While installing a new computer (soon a post on my new arch-linux laptop) I’ve re-discovered a command that I don’t use frequently, but that can be really useful :
lsblk lists information about all or the specified block devices. The
lsblk command reads the
sysfs filesystem to gather information.
The command prints all block devices (except RAM disks) in a tree-like format by default.
This command can be very useful to check how the different partitions and/or disks are mounted in the system, this is an example on my desktop:
#lsblk NAME MAJ:MIN RM SIZE RO TYPE MOUNTPOINT sda 8:0 0 465.8G 0 disk ├─sda1 8:1 0 46.6G 0 part / ├─sda2 8:2 0 1K 0 part ├─sda5 8:5 0 3.7G 0 part [SWAP] └─sda6 8:6 0 415.5G 0 part sdb 8:16 0 465.8G 0 disk └─sdb1 8:17 0 465.8G 0 part └─md0 9:0 0 465.7G 0 raid10 /data sdc 8:32 0 465.8G 0 disk └─sdc1 8:33 0 465.8G 0 part └─md0 9:0 0 465.7G 0 raid10 /data sdd 8:48 1 14.9G 0 disk └─sdd1 8:49 1 14.9G 0 part /media/linuxaria/KINGSTON sr0 11:0 1 1024M 0 rom
From this output you can see that on this desktop I’ve the following disks:
SDA the fist “scsi” disk, in my case a SATA disk.
On this disk the first partition is used for the / filesystem, the second partition it’s an extended partition, the third it’s my swap partition and the last one (sda6) is used for my /home, it’s a BTRFS filesystem and the command don’t recognize it,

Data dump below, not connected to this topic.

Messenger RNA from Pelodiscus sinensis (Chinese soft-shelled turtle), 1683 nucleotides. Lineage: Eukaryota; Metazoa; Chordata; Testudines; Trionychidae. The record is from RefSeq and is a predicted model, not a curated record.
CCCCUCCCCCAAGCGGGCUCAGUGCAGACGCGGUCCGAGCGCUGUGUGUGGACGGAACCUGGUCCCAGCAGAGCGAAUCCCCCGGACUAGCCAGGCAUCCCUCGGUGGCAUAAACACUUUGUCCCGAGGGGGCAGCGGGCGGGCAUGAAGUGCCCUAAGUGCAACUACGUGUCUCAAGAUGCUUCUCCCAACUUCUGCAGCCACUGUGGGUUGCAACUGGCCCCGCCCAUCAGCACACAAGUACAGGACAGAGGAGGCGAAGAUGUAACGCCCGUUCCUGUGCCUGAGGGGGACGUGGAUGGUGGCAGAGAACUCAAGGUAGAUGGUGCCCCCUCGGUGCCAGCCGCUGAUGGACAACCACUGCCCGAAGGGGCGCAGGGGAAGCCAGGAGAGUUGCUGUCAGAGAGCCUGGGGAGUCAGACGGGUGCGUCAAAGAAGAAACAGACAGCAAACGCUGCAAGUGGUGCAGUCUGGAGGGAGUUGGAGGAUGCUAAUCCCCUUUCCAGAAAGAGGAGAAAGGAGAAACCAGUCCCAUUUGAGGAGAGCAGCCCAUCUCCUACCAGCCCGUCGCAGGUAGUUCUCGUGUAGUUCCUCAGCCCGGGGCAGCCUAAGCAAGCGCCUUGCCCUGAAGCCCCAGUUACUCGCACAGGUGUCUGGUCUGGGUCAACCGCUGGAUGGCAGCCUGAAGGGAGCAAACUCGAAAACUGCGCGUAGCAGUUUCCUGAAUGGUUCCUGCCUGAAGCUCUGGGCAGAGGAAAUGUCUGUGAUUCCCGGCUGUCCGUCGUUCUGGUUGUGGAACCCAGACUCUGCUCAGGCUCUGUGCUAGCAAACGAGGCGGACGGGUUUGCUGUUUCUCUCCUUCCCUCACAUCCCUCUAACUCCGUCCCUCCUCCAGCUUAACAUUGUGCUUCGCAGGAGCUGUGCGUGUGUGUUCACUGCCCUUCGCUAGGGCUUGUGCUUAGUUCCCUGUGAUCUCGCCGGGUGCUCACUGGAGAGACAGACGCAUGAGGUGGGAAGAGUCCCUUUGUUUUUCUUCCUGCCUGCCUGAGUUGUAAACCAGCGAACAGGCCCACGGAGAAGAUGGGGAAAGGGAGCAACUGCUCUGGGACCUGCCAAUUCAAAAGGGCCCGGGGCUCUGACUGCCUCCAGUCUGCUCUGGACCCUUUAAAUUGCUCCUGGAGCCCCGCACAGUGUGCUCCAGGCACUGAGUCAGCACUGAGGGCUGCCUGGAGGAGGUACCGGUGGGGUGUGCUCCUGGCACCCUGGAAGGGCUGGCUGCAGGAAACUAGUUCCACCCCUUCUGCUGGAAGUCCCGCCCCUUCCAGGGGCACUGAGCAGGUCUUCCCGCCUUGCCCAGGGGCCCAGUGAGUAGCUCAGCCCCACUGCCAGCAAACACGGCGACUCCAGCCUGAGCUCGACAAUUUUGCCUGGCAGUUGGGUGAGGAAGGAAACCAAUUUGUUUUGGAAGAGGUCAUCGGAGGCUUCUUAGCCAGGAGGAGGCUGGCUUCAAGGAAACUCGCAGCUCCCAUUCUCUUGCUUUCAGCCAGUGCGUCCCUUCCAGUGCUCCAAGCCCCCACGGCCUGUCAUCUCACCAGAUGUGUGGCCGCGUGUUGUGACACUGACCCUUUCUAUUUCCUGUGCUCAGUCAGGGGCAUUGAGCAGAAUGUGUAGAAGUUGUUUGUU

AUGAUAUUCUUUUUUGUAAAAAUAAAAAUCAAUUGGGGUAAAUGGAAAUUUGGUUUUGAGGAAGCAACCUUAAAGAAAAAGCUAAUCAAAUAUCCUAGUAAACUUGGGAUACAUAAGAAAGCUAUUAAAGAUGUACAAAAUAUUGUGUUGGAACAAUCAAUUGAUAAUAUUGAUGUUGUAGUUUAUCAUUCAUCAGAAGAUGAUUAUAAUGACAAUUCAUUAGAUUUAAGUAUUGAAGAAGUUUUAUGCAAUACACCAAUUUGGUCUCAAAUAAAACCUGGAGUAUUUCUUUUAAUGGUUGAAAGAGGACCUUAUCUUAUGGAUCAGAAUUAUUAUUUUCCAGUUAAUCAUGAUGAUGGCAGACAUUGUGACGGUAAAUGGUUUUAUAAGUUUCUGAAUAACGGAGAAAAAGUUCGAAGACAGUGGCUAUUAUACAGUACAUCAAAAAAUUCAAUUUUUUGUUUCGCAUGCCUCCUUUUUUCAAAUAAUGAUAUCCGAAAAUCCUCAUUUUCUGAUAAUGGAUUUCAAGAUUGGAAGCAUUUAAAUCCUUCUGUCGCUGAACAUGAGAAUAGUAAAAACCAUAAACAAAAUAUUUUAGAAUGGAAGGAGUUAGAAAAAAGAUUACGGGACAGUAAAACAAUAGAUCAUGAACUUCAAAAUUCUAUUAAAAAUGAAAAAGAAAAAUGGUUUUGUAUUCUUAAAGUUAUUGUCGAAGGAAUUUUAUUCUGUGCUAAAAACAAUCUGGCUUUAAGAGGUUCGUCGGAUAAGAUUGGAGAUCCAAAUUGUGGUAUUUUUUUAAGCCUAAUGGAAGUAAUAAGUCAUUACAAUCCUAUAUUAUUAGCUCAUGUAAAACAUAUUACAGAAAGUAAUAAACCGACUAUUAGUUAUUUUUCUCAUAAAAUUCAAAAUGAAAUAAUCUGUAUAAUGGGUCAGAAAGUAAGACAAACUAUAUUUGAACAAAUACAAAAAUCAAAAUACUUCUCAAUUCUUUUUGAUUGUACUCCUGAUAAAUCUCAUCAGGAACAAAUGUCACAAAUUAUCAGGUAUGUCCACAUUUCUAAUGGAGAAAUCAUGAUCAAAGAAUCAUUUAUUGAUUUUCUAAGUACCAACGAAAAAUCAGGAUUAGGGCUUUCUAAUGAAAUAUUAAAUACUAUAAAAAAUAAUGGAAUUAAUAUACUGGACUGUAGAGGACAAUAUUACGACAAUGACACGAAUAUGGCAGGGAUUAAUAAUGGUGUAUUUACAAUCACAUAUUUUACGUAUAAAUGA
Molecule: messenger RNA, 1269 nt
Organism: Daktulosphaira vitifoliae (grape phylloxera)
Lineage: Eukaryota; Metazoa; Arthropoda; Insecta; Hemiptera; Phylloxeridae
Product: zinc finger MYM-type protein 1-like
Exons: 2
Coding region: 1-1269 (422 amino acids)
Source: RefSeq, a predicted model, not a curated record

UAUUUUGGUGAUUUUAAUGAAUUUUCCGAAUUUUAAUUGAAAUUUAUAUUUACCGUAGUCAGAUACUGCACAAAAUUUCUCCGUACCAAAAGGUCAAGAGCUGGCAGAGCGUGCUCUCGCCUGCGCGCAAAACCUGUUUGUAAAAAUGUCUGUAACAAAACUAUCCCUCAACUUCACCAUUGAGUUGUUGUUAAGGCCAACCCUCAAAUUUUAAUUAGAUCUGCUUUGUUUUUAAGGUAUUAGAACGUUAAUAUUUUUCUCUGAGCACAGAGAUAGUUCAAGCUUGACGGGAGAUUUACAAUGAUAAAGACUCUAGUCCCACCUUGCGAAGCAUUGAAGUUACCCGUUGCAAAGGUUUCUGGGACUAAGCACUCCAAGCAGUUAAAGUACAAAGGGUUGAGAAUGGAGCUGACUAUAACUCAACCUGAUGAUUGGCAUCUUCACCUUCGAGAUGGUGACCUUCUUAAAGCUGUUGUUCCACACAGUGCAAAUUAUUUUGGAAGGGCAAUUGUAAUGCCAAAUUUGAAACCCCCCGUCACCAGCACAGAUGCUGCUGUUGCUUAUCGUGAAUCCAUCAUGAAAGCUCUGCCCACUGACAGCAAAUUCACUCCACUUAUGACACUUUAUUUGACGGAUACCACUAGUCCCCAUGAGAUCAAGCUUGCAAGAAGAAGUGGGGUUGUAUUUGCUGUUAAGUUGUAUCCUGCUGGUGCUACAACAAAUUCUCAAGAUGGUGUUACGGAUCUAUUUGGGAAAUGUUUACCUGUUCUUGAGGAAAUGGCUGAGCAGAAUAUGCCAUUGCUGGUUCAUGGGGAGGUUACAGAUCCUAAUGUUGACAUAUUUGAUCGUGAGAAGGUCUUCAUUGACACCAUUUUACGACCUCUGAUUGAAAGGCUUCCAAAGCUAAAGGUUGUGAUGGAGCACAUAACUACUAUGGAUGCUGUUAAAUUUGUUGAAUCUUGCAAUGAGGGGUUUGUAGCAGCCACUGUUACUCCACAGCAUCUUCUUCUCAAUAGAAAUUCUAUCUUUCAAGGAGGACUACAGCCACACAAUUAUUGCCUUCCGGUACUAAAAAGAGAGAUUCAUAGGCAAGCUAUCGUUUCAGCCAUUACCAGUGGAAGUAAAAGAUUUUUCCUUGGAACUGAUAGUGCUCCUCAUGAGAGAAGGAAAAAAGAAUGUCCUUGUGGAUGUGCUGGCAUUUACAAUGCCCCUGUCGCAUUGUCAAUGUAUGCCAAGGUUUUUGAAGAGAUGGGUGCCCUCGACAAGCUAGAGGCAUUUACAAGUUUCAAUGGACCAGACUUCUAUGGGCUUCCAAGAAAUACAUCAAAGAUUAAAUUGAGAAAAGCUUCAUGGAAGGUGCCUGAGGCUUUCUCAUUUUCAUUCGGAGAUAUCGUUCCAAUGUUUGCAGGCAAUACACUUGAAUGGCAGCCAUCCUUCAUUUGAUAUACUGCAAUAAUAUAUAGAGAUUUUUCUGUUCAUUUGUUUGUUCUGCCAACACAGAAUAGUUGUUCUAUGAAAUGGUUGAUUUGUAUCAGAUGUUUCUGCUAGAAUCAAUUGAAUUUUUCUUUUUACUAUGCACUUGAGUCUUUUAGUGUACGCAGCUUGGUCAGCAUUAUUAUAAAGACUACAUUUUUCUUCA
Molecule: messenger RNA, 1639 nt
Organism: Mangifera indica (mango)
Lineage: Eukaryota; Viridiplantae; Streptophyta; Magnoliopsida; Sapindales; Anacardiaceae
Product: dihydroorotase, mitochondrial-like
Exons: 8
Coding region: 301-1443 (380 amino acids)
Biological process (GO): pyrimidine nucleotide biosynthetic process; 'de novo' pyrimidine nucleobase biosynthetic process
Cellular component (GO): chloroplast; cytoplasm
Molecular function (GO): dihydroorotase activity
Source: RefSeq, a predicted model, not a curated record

SDB and SDC are the two disks that I use in RAID 10 and the filesystem is mounted as /data
SDD it’s an USB stick of 16GB mounted under the directory /media/linuxaria/KINGSTON
An output of a computer with LVM could be:
$ lsblk NAME MAJ:MIN RM SIZE RO MOUNTPOINT sda 8:0 0 298.1G 0 ├─sda1 8:1 0 500M 0 /boot └─sda2 8:2 0 297.6G 0 ├─vg_main-lv_swap (dm-0) 253:0 0 5.8G 0 [SWAP] ├─vg_main-lv_root (dm-1) 253:1 0 50G 0 / └─vg_main-lv_home (dm-2) 253:2 0 241.8G 0 └─home (dm-3) 253:3 0 241.8G 0 /home sr0 11:0 1 1024M 0
So as you can see this command it’s really easy to use and the output it’s really polish in its tree style, with a glance you can recognize partitions, logical volume and other useful information of your disks.
fdisk -l gives similar data. But, fdisk requires root privileges, and It does not understand dm or lvm partitions.
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